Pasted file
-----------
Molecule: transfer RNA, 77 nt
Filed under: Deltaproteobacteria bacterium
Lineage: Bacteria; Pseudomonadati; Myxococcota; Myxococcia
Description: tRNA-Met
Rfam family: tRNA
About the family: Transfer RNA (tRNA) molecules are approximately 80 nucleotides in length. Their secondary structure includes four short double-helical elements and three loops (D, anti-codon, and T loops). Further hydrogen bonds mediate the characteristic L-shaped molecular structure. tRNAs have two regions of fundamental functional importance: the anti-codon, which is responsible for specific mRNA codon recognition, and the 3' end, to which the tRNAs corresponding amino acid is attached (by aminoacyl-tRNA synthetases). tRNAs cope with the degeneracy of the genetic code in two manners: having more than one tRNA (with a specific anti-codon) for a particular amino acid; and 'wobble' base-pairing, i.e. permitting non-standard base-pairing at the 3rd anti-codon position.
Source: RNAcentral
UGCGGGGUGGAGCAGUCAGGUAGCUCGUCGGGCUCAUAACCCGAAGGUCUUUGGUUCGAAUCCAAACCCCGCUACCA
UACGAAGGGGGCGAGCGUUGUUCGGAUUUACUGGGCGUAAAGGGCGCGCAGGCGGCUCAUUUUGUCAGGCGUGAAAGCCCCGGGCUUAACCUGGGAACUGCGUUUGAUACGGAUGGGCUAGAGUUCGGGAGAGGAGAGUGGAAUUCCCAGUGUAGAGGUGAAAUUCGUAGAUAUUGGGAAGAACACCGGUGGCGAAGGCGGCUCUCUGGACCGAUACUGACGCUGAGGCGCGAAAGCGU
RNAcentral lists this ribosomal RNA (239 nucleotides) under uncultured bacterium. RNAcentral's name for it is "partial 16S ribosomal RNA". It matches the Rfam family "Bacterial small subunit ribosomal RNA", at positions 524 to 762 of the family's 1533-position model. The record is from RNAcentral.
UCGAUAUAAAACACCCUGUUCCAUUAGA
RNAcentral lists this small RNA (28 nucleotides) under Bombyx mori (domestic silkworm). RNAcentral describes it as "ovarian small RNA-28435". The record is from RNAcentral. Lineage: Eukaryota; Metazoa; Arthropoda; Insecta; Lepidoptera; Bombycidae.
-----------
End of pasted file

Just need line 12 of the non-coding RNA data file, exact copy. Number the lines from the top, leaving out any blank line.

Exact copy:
RNAcentral lists this small RNA (28 nucleotides) under Bombyx mori (domestic silkworm). RNAcentral describes it as "ovarian small RNA-28435". The record is from RNAcentral. Lineage: Eukaryota; Metazoa; Arthropoda; Insecta; Lepidoptera; Bombycidae.